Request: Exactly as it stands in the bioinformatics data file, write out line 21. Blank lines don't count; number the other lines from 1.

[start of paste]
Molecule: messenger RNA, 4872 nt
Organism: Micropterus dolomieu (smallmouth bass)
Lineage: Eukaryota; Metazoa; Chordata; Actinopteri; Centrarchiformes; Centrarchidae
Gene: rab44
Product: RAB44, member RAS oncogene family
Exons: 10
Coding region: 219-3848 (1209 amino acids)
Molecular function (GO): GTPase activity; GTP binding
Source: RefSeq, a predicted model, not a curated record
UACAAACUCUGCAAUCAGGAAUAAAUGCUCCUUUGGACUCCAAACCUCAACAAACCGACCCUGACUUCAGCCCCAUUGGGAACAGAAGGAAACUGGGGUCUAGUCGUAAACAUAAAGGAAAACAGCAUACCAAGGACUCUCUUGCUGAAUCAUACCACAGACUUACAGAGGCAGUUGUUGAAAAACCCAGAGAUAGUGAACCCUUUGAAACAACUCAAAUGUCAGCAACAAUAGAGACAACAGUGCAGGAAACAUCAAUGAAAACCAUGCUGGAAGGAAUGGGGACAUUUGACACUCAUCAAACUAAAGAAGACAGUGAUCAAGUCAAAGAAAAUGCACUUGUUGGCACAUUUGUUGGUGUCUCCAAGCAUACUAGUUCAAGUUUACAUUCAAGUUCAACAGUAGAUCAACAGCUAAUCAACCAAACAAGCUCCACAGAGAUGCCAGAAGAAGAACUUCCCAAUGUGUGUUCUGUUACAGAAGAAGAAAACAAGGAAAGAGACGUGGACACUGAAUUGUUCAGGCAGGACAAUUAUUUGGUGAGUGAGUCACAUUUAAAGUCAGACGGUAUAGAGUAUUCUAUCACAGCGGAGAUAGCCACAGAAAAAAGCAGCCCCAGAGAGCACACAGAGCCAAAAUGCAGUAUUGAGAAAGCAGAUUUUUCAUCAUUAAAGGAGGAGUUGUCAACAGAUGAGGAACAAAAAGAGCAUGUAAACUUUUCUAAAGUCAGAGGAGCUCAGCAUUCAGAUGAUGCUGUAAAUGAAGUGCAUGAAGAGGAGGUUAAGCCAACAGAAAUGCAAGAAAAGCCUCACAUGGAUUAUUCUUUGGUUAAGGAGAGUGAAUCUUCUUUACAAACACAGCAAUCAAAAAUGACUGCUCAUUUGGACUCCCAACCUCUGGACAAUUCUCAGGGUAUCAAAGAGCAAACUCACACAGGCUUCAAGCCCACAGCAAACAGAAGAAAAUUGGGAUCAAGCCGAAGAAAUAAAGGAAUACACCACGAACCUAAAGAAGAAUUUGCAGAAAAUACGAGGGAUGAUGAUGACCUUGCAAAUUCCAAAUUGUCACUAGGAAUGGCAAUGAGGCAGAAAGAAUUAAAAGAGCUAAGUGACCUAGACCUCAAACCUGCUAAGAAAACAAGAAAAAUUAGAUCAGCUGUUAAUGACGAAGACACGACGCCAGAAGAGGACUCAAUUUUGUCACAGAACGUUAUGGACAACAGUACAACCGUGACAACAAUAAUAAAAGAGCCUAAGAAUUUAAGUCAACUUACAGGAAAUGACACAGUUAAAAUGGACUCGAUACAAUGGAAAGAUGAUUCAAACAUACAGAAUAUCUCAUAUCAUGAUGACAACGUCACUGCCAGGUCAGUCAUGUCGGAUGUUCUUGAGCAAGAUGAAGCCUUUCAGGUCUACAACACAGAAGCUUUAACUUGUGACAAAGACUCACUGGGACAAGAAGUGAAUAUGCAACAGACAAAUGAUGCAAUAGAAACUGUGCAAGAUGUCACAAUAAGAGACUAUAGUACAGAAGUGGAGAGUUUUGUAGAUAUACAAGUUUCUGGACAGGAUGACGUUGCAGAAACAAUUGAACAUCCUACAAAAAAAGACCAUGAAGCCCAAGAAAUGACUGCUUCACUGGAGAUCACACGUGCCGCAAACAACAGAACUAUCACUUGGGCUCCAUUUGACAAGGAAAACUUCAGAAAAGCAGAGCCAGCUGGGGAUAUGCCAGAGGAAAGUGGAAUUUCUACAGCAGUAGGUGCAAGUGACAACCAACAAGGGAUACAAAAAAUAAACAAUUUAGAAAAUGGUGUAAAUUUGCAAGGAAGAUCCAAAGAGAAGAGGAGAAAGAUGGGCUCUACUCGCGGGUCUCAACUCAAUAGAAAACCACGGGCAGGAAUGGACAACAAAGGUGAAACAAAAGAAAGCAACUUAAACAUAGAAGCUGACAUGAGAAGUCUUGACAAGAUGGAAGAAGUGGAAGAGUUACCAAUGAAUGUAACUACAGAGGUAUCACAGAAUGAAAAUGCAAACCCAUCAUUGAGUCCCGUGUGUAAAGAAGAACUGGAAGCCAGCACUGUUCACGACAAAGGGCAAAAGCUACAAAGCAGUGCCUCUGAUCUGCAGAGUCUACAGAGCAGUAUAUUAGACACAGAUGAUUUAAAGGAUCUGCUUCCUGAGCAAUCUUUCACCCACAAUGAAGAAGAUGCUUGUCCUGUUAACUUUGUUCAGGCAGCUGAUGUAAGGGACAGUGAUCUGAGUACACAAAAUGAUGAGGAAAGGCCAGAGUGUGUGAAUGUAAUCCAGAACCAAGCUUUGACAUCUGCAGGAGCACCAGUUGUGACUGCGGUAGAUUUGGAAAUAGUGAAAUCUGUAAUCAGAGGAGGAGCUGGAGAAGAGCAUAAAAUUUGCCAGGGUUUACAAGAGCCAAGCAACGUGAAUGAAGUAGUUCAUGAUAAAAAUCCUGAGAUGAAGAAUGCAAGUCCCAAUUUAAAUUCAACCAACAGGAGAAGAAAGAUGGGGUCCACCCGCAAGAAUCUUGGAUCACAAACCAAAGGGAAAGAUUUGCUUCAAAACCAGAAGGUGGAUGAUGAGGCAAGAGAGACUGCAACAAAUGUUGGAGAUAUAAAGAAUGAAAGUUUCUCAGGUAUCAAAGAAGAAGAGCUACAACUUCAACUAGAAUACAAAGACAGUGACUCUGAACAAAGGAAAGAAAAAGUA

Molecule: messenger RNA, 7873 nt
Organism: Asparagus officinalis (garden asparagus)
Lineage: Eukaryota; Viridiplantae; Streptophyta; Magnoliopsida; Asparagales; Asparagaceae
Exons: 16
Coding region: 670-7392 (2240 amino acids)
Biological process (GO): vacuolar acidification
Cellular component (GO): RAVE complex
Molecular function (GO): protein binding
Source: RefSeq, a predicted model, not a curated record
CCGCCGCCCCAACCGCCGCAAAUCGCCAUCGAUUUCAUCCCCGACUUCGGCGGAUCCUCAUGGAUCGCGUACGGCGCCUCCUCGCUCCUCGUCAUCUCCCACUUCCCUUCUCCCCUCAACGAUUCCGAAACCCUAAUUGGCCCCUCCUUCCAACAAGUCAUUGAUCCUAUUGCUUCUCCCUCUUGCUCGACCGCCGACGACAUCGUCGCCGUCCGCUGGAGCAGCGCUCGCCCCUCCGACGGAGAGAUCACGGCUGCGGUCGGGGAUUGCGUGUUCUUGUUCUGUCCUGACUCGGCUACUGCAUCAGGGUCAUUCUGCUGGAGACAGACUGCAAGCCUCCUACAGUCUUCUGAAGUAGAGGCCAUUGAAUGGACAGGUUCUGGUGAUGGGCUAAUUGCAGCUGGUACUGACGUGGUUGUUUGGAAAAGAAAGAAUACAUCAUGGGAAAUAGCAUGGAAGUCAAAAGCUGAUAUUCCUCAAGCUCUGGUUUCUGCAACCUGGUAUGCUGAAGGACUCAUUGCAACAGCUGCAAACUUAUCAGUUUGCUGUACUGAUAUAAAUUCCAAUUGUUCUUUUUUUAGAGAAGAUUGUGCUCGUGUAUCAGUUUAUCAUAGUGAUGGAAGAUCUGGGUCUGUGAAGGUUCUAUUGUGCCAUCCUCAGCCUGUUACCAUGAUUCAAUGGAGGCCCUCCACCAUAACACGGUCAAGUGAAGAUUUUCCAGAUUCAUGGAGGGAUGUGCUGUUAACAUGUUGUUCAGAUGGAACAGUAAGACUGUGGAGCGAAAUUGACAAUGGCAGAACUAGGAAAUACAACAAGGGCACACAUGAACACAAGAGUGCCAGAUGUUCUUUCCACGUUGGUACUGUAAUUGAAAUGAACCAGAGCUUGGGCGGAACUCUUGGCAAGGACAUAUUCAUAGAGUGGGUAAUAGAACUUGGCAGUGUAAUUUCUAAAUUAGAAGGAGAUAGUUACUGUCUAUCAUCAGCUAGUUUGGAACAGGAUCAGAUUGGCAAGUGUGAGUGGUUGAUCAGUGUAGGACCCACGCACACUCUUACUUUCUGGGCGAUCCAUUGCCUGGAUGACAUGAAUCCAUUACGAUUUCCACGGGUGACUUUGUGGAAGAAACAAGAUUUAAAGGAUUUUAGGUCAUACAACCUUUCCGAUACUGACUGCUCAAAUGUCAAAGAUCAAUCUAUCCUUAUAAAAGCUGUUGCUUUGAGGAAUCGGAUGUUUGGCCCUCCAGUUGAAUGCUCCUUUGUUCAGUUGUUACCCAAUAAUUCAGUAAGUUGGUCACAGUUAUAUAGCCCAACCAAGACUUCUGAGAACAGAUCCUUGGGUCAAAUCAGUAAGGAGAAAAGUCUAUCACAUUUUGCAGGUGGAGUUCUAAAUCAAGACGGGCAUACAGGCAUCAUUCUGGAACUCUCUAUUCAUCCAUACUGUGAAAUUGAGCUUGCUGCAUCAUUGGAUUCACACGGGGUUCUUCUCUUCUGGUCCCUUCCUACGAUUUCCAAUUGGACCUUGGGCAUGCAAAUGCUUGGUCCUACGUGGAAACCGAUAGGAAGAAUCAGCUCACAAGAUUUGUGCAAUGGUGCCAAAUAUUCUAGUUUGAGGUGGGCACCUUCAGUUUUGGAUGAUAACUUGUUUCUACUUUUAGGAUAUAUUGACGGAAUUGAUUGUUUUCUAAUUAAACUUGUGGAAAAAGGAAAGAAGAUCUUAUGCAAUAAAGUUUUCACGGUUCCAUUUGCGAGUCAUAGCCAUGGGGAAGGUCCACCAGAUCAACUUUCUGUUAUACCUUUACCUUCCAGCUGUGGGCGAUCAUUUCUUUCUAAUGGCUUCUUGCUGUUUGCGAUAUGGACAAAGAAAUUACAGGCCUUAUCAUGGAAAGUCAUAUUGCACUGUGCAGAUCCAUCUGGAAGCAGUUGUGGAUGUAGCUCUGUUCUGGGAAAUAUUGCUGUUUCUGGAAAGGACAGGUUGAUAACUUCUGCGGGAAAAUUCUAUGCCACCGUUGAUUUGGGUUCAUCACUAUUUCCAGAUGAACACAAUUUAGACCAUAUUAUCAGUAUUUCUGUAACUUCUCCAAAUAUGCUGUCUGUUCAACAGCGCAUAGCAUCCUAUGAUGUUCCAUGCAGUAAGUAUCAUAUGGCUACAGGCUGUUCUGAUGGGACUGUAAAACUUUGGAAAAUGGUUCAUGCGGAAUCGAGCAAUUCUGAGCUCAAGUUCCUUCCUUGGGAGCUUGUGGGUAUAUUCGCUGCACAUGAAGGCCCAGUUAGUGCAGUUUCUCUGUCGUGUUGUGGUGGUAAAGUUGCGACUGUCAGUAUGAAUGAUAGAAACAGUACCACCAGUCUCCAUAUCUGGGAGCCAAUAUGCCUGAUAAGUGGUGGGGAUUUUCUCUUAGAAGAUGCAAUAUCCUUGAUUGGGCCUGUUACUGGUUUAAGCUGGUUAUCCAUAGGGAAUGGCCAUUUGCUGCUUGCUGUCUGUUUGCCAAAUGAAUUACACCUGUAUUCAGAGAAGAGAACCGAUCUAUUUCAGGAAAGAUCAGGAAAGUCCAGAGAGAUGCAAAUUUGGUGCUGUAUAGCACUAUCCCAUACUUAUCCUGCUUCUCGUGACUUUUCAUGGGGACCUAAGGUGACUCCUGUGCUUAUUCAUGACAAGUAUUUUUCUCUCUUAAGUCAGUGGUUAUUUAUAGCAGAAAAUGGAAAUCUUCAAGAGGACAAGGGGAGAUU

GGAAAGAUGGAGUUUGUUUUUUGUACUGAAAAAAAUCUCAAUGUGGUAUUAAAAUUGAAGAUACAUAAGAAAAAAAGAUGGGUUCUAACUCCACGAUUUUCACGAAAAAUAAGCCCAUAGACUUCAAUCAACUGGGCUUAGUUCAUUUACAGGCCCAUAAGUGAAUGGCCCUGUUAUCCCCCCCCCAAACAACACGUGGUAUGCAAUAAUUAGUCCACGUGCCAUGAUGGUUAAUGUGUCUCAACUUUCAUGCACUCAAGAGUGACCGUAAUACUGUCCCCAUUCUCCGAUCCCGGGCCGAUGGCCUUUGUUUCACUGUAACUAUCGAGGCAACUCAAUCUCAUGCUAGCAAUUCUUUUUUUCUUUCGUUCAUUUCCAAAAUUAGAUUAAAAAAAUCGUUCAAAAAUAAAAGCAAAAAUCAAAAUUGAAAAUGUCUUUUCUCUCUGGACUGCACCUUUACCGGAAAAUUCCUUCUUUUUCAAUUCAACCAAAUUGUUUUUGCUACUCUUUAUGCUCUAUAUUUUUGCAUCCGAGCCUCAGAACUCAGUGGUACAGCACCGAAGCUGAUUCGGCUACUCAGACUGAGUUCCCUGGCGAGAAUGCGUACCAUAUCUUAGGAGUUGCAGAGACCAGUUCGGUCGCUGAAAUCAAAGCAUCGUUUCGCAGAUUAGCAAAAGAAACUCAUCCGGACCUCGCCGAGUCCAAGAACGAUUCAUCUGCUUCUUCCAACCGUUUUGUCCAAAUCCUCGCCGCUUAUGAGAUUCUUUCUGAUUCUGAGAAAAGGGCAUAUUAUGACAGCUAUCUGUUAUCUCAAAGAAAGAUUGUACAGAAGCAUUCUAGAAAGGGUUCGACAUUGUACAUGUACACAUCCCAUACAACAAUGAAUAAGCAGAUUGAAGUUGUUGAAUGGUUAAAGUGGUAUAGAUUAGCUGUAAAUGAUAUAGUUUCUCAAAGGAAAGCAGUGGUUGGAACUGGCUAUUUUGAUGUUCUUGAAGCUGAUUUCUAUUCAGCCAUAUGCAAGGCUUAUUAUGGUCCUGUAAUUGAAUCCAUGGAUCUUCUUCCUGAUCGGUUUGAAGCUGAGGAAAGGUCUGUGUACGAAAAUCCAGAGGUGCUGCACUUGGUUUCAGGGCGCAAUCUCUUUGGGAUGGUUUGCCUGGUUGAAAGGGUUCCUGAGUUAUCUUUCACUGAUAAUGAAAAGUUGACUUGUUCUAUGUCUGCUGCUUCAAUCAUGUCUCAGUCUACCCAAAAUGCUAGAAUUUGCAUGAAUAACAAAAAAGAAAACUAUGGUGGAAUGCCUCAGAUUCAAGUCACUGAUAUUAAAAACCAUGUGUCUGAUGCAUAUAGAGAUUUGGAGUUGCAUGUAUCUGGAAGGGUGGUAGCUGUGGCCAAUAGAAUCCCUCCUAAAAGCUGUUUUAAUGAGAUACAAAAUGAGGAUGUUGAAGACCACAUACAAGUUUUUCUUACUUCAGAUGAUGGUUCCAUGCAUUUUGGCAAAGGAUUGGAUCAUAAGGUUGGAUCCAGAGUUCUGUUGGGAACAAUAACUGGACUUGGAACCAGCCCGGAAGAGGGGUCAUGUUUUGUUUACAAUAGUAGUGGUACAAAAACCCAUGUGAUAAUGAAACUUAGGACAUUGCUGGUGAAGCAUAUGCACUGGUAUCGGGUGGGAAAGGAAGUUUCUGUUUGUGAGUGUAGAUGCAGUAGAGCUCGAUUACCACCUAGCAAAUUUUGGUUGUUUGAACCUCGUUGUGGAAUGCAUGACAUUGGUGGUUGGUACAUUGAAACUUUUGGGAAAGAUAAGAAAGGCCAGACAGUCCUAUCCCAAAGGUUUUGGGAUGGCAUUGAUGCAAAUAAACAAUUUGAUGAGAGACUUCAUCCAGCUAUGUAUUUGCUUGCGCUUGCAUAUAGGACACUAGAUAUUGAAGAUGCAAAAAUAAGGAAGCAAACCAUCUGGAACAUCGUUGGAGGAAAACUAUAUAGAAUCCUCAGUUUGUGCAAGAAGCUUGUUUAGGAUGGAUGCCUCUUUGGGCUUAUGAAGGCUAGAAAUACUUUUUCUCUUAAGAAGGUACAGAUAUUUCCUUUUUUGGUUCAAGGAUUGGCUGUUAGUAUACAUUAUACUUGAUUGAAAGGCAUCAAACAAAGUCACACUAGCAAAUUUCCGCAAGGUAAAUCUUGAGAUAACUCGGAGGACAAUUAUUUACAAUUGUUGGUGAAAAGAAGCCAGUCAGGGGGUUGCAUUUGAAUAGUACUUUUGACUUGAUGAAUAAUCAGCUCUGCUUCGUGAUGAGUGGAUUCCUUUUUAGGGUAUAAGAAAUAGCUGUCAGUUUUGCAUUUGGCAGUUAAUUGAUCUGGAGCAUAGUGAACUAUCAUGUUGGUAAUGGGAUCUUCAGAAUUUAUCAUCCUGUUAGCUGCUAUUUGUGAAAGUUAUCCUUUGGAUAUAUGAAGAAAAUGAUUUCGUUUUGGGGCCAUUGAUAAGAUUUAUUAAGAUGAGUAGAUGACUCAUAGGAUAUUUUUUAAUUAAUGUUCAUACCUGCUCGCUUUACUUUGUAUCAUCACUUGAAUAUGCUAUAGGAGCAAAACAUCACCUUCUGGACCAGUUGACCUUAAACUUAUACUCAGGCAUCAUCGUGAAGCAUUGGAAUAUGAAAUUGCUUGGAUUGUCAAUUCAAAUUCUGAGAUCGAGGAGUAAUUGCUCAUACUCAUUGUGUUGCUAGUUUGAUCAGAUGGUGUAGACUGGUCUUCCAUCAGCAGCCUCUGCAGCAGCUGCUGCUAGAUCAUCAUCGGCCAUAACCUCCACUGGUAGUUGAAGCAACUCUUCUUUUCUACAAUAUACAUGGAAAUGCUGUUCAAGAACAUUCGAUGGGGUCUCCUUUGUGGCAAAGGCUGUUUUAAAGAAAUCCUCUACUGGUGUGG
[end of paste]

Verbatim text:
GGAAAGAUGGAGUUUGUUUUUUGUACUGAAAAAAAUCUCAAUGUGGUAUUAAAAUUGAAGAUACAUAAGAAAAAAAGAUGGGUUCUAACUCCACGAUUUUCACGAAAAAUAAGCCCAUAGACUUCAAUCAACUGGGCUUAGUUCAUUUACAGGCCCAUAAGUGAAUGGCCCUGUUAUCCCCCCCCCAAACAACACGUGGUAUGCAAUAAUUAGUCCACGUGCCAUGAUGGUUAAUGUGUCUCAACUUUCAUGCACUCAAGAGUGACCGUAAUACUGUCCCCAUUCUCCGAUCCCGGGCCGAUGGCCUUUGUUUCACUGUAACUAUCGAGGCAACUCAAUCUCAUGCUAGCAAUUCUUUUUUUCUUUCGUUCAUUUCCAAAAUUAGAUUAAAAAAAUCGUUCAAAAAUAAAAGCAAAAAUCAAAAUUGAAAAUGUCUUUUCUCUCUGGACUGCACCUUUACCGGAAAAUUCCUUCUUUUUCAAUUCAACCAAAUUGUUUUUGCUACUCUUUAUGCUCUAUAUUUUUGCAUCCGAGCCUCAGAACUCAGUGGUACAGCACCGAAGCUGAUUCGGCUACUCAGACUGAGUUCCCUGGCGAGAAUGCGUACCAUAUCUUAGGAGUUGCAGAGACCAGUUCGGUCGCUGAAAUCAAAGCAUCGUUUCGCAGAUUAGCAAAAGAAACUCAUCCGGACCUCGCCGAGUCCAAGAACGAUUCAUCUGCUUCUUCCAACCGUUUUGUCCAAAUCCUCGCCGCUUAUGAGAUUCUUUCUGAUUCUGAGAAAAGGGCAUAUUAUGACAGCUAUCUGUUAUCUCAAAGAAAGAUUGUACAGAAGCAUUCUAGAAAGGGUUCGACAUUGUACAUGUACACAUCCCAUACAACAAUGAAUAAGCAGAUUGAAGUUGUUGAAUGGUUAAAGUGGUAUAGAUUAGCUGUAAAUGAUAUAGUUUCUCAAAGGAAAGCAGUGGUUGGAACUGGCUAUUUUGAUGUUCUUGAAGCUGAUUUCUAUUCAGCCAUAUGCAAGGCUUAUUAUGGUCCUGUAAUUGAAUCCAUGGAUCUUCUUCCUGAUCGGUUUGAAGCUGAGGAAAGGUCUGUGUACGAAAAUCCAGAGGUGCUGCACUUGGUUUCAGGGCGCAAUCUCUUUGGGAUGGUUUGCCUGGUUGAAAGGGUUCCUGAGUUAUCUUUCACUGAUAAUGAAAAGUUGACUUGUUCUAUGUCUGCUGCUUCAAUCAUGUCUCAGUCUACCCAAAAUGCUAGAAUUUGCAUGAAUAACAAAAAAGAAAACUAUGGUGGAAUGCCUCAGAUUCAAGUCACUGAUAUUAAAAACCAUGUGUCUGAUGCAUAUAGAGAUUUGGAGUUGCAUGUAUCUGGAAGGGUGGUAGCUGUGGCCAAUAGAAUCCCUCCUAAAAGCUGUUUUAAUGAGAUACAAAAUGAGGAUGUUGAAGACCACAUACAAGUUUUUCUUACUUCAGAUGAUGGUUCCAUGCAUUUUGGCAAAGGAUUGGAUCAUAAGGUUGGAUCCAGAGUUCUGUUGGGAACAAUAACUGGACUUGGAACCAGCCCGGAAGAGGGGUCAUGUUUUGUUUACAAUAGUAGUGGUACAAAAACCCAUGUGAUAAUGAAACUUAGGACAUUGCUGGUGAAGCAUAUGCACUGGUAUCGGGUGGGAAAGGAAGUUUCUGUUUGUGAGUGUAGAUGCAGUAGAGCUCGAUUACCACCUAGCAAAUUUUGGUUGUUUGAACCUCGUUGUGGAAUGCAUGACAUUGGUGGUUGGUACAUUGAAACUUUUGGGAAAGAUAAGAAAGGCCAGACAGUCCUAUCCCAAAGGUUUUGGGAUGGCAUUGAUGCAAAUAAACAAUUUGAUGAGAGACUUCAUCCAGCUAUGUAUUUGCUUGCGCUUGCAUAUAGGACACUAGAUAUUGAAGAUGCAAAAAUAAGGAAGCAAACCAUCUGGAACAUCGUUGGAGGAAAACUAUAUAGAAUCCUCAGUUUGUGCAAGAAGCUUGUUUAGGAUGGAUGCCUCUUUGGGCUUAUGAAGGCUAGAAAUACUUUUUCUCUUAAGAAGGUACAGAUAUUUCCUUUUUUGGUUCAAGGAUUGGCUGUUAGUAUACAUUAUACUUGAUUGAAAGGCAUCAAACAAAGUCACACUAGCAAAUUUCCGCAAGGUAAAUCUUGAGAUAACUCGGAGGACAAUUAUUUACAAUUGUUGGUGAAAAGAAGCCAGUCAGGGGGUUGCAUUUGAAUAGUACUUUUGACUUGAUGAAUAAUCAGCUCUGCUUCGUGAUGAGUGGAUUCCUUUUUAGGGUAUAAGAAAUAGCUGUCAGUUUUGCAUUUGGCAGUUAAUUGAUCUGGAGCAUAGUGAACUAUCAUGUUGGUAAUGGGAUCUUCAGAAUUUAUCAUCCUGUUAGCUGCUAUUUGUGAAAGUUAUCCUUUGGAUAUAUGAAGAAAAUGAUUUCGUUUUGGGGCCAUUGAUAAGAUUUAUUAAGAUGAGUAGAUGACUCAUAGGAUAUUUUUUAAUUAAUGUUCAUACCUGCUCGCUUUACUUUGUAUCAUCACUUGAAUAUGCUAUAGGAGCAAAACAUCACCUUCUGGACCAGUUGACCUUAAACUUAUACUCAGGCAUCAUCGUGAAGCAUUGGAAUAUGAAAUUGCUUGGAUUGUCAAUUCAAAUUCUGAGAUCGAGGAGUAAUUGCUCAUACUCAUUGUGUUGCUAGUUUGAUCAGAUGGUGUAGACUGGUCUUCCAUCAGCAGCCUCUGCAGCAGCUGCUGCUAGAUCAUCAUCGGCCAUAACCUCCACUGGUAGUUGAAGCAACUCUUCUUUUCUACAAUAUACAUGGAAAUGCUGUUCAAGAACAUUCGAUGGGGUCUCCUUUGUGGCAAAGGCUGUUUUAAAGAAAUCCUCUACUGGUGUGG